One Hundred and Fifty Years since the death of Bishop William Willson

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Home > Archbishop > Homilies > One Hundred and Fifty Years since the death of Bishop William Willson

This significant memorial crept up on us – or at least on me as Archbishop of Hobart. The founding bishop of this diocese, Bishop William Willson, died on 30th June, 1866, one hundred and fifty years ago today. It is most fitting that we honour this milestone with our Mass tonight in this his Cathedral which he commenced in 1860. It is a pity that we have not done more to give appropriate focus on this great man.

He has captured my attention since being appointed eleventh bishop of Hobart. I chose to carry his crosier when I was installed as Archbishop in September 2013. This began my relationship with him. The more I have come to know of him the more I am humbled to be a successor of this extraordinary man and inspirational bishop and Church leader.

He was an Englishman. Of him it has been remarked by the eminent British historian Philip Hughes that he was “undoubtedly a great man, that rare figure indeed in our modern Catholic history, who has exercised a real influence upon the public social development of his time”. Hughes also noted that Willson was the striking exception to the eminent Cardinal Manning’s judgment that “in all the great English humanitarian activity of the early nineteenth century there was no Catholic name”.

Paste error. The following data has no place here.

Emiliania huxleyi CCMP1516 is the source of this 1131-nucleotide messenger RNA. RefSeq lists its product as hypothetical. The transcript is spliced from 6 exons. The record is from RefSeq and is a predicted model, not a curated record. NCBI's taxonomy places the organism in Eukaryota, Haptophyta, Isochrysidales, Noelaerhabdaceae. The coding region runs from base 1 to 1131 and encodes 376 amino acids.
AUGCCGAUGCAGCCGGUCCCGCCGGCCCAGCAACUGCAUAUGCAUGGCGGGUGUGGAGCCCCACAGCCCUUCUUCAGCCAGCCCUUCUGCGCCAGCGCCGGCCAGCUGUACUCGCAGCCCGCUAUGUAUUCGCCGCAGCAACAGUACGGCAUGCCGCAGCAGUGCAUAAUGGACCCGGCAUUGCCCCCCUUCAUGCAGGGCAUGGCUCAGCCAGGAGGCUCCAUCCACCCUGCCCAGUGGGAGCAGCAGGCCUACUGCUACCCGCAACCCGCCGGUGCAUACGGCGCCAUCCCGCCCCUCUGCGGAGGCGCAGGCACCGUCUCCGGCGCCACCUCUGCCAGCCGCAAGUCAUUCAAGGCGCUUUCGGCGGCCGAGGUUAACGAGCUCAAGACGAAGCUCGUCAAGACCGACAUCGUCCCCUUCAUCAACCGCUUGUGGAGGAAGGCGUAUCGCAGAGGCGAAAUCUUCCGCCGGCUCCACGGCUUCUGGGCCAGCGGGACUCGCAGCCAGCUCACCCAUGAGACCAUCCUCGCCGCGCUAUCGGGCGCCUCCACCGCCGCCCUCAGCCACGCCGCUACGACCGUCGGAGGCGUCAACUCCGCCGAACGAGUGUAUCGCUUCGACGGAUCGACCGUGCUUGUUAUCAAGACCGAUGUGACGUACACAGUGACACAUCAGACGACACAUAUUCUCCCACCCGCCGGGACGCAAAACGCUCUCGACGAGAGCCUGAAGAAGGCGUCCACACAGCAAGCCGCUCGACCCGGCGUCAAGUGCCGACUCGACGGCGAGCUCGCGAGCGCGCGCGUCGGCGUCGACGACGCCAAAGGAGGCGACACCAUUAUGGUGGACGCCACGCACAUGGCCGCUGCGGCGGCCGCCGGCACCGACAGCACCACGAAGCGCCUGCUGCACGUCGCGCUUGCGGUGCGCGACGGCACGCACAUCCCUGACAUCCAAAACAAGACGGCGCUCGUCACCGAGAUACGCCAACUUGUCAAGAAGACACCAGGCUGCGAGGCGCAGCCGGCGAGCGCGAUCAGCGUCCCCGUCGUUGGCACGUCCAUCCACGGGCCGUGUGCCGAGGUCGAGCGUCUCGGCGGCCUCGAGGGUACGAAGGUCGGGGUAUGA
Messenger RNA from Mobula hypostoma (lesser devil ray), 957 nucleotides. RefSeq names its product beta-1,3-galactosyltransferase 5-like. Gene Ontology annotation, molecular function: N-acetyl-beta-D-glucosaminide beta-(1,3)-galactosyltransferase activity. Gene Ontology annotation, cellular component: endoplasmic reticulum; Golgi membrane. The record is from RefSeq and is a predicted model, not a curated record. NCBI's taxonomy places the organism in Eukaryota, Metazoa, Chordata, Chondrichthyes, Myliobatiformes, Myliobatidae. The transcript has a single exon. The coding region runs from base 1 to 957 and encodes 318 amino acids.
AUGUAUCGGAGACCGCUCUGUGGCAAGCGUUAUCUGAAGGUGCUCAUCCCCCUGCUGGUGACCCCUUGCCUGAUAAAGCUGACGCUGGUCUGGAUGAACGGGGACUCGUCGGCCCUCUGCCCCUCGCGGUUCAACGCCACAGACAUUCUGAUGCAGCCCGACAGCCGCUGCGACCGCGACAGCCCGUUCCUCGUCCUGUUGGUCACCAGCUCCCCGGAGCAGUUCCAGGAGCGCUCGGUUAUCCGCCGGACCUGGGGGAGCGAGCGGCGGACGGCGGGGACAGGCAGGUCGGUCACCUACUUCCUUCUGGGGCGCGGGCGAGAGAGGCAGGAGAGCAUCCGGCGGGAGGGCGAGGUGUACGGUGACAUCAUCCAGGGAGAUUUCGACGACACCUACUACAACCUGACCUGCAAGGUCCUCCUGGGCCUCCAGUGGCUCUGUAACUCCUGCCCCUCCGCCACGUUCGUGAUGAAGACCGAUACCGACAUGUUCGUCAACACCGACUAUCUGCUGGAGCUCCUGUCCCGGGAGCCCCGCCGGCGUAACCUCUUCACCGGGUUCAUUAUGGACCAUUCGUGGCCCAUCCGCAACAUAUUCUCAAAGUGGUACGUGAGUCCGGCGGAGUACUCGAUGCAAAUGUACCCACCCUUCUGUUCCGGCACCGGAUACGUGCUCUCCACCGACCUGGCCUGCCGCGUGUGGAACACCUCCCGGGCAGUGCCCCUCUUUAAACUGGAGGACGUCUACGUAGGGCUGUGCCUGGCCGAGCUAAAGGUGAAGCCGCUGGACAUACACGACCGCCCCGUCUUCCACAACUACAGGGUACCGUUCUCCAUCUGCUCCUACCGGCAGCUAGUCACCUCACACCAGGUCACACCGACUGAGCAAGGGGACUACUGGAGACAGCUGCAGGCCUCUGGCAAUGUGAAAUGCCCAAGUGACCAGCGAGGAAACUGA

William Willson was born in 1794. When, in early adulthood he first felt the stirrings of a religious vocation he never dreamed of doing more than entering as a humble lay brother in some monastery. However, the great Bishop Milner convinced him to study for the priesthood, and he was ordained in 1824. He was assigned to the Catholic mission in Nottingham. Catholics were still under suspicion and suffered under many restrictions in England at this time. He had only a diminutive chapel, a small room at the end of a blind alley, in which to celebrate Mass with his parishioners. Such was his apostolic zeal that his flock expanded rapidly and he was obliged to build a church, designed by his architect brother, which was completed in 1828. This was soon outgrown and he embarked upon the construction of a great church designed by his architect friend Pugin which was opened in 1844. The largest Catholic church to be built in England since the Reformation, it would later become the Cathedral of St Barnabas.